The dramatic expansion of services and stock required extensive alterations to the buildings. A floor was added to the old Reference Library and the New Zealand room was opened in 1956. A bindery was opened in 1952 to repair existing stock and stiffen new books and periodicals.
To supplement the collections of existing volunteer suburban libraries the Suburban Extension Division was started in 1958. The first branch library, at Spreydon, was opened in 1971, and has since been followed by branches at New Brighton, Papanui, Shirley and a mobile library. A further branch is planned for Linwood to complete the suburban network.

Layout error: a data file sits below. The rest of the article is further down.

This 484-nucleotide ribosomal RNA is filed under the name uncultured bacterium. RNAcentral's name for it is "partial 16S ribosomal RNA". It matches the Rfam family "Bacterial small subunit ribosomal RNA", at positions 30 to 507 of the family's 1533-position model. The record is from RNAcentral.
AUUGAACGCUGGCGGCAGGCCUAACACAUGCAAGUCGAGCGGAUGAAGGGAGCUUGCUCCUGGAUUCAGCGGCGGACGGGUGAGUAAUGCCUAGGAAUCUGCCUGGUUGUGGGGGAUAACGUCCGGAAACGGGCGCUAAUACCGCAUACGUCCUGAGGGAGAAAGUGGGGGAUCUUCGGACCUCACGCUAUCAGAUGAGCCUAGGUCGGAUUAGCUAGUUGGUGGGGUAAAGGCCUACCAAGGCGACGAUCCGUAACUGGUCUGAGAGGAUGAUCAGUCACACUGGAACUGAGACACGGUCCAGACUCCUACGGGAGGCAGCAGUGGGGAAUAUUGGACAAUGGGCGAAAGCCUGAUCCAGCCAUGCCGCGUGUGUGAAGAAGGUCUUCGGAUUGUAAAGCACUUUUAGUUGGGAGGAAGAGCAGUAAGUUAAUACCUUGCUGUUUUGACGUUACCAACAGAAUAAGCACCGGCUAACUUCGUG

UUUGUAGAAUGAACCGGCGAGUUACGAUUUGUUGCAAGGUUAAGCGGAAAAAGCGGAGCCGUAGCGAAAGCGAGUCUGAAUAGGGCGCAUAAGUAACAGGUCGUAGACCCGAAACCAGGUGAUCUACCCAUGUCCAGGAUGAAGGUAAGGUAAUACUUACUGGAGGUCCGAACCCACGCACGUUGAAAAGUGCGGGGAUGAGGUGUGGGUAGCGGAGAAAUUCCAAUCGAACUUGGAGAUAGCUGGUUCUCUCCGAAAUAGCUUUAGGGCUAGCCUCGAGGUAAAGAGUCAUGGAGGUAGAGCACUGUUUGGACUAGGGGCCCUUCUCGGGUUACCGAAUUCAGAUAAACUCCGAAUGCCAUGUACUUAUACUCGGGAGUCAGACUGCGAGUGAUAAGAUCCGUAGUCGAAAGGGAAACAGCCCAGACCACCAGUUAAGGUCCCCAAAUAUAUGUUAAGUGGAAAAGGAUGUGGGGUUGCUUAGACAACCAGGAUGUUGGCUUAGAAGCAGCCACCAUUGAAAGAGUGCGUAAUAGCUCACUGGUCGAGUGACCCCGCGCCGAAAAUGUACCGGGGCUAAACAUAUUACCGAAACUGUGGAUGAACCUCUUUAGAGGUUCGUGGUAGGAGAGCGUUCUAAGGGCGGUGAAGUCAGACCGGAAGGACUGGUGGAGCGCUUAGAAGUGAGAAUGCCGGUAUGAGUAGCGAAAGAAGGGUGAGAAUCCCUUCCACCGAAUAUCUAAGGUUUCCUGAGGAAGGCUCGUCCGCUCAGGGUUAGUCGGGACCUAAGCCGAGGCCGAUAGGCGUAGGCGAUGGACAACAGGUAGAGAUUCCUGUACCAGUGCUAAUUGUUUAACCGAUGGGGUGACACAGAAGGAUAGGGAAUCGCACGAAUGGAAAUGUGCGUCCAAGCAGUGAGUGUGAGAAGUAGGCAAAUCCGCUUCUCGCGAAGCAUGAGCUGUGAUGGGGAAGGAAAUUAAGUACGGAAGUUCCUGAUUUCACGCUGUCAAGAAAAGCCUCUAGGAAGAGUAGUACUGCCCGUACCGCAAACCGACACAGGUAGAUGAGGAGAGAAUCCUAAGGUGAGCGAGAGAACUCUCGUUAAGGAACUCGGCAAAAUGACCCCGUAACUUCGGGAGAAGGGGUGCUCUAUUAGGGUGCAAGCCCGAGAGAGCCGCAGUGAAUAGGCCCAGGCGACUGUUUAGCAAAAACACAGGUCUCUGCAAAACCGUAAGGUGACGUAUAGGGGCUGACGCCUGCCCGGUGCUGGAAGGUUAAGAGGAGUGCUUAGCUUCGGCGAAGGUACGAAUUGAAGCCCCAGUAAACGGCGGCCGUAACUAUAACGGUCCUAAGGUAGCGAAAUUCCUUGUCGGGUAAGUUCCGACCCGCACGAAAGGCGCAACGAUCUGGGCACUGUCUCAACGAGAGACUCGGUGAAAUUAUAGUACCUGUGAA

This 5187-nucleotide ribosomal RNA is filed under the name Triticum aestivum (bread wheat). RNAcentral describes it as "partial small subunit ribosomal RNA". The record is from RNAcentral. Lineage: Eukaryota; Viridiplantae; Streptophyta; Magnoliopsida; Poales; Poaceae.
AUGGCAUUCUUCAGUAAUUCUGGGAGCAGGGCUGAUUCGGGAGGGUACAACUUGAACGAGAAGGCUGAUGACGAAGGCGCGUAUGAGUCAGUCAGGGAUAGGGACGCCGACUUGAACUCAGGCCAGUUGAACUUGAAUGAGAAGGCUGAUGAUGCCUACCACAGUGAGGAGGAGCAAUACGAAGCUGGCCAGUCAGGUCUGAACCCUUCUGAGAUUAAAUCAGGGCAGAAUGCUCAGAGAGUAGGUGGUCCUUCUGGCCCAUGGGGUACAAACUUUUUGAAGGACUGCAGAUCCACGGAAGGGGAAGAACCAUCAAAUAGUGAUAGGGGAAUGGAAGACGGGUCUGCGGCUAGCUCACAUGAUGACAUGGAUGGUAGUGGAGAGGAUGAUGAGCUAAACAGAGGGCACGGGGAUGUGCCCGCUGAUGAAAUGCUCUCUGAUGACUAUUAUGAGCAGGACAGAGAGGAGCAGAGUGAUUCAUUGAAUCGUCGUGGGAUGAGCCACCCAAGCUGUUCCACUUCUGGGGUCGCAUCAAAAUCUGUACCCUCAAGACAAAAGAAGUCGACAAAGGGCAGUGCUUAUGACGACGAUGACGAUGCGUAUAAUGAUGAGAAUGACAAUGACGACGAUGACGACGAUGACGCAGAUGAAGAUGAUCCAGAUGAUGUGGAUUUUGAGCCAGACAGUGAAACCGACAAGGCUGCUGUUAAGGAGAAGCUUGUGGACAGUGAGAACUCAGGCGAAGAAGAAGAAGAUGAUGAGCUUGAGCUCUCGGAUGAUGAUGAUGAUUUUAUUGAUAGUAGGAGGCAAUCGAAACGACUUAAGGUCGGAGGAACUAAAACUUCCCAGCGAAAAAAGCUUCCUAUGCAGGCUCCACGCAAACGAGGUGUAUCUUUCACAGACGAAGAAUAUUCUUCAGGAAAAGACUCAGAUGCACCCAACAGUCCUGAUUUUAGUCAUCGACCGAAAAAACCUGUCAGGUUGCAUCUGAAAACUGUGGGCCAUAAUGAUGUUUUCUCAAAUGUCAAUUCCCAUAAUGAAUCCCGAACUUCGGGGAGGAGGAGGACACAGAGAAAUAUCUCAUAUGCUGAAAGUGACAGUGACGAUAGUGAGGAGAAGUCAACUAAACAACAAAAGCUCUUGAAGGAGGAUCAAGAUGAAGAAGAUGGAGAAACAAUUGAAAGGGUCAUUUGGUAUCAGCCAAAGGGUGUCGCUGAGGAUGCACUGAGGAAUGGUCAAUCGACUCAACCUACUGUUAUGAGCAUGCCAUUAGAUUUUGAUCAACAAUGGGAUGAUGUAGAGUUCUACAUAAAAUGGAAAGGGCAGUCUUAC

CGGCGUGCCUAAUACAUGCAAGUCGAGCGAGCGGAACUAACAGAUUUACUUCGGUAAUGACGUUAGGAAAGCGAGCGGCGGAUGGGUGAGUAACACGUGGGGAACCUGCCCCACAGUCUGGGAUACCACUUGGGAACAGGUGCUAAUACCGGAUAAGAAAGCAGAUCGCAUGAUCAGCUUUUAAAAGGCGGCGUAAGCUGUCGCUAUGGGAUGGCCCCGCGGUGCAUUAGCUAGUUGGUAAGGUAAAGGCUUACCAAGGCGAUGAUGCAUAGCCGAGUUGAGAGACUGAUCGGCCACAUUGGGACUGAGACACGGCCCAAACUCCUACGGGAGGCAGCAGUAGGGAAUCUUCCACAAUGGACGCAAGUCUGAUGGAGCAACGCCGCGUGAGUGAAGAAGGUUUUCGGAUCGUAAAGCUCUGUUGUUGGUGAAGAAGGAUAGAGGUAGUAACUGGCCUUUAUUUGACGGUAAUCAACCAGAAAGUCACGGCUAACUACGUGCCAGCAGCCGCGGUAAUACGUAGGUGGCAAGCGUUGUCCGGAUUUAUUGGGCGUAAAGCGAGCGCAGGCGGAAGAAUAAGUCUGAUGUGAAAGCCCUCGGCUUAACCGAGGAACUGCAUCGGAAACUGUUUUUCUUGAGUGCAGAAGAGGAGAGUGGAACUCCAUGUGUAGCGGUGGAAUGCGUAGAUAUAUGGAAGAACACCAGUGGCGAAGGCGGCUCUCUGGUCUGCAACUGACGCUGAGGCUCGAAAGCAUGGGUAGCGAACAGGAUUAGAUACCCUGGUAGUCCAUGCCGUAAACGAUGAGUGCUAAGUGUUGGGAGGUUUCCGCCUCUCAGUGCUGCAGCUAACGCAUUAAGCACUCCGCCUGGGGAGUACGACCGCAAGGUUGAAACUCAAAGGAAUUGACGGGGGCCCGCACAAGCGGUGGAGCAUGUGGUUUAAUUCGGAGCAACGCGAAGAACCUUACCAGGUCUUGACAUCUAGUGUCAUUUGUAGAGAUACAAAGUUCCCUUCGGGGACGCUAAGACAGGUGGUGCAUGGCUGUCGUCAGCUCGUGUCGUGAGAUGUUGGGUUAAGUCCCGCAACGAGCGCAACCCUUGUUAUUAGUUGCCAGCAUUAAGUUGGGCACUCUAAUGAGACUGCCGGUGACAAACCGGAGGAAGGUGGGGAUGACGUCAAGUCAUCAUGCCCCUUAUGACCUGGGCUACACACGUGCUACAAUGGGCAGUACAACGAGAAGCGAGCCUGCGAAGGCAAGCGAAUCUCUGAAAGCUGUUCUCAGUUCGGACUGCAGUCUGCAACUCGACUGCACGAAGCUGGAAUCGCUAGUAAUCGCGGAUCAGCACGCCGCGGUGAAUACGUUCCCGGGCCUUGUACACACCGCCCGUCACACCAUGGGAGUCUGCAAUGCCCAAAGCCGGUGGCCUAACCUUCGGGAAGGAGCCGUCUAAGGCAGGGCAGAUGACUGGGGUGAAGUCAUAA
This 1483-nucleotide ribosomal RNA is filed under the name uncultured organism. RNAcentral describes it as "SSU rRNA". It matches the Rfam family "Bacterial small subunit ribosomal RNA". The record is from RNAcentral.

Following O'Reilly's departure in 1968 services continued to expand under his successor John Stringleman. The stock has grown to nearly 400,000 books, used by over 90,000 registered borrowers. Subject areas include Children's, Social Sciences and Humanities, Commerce, Science and Technology, and a fine New Zealand collection.
New services continued into the 1970s. Paperbacks were introduced in 1973, along with a housebound readers' service (Storyline) and a collection of books for adult new readers. SATIS, a technical information service for business firms, was begun in 1977 as a cooperative venture between Government and city.
This article needs to be updated.January 2019)(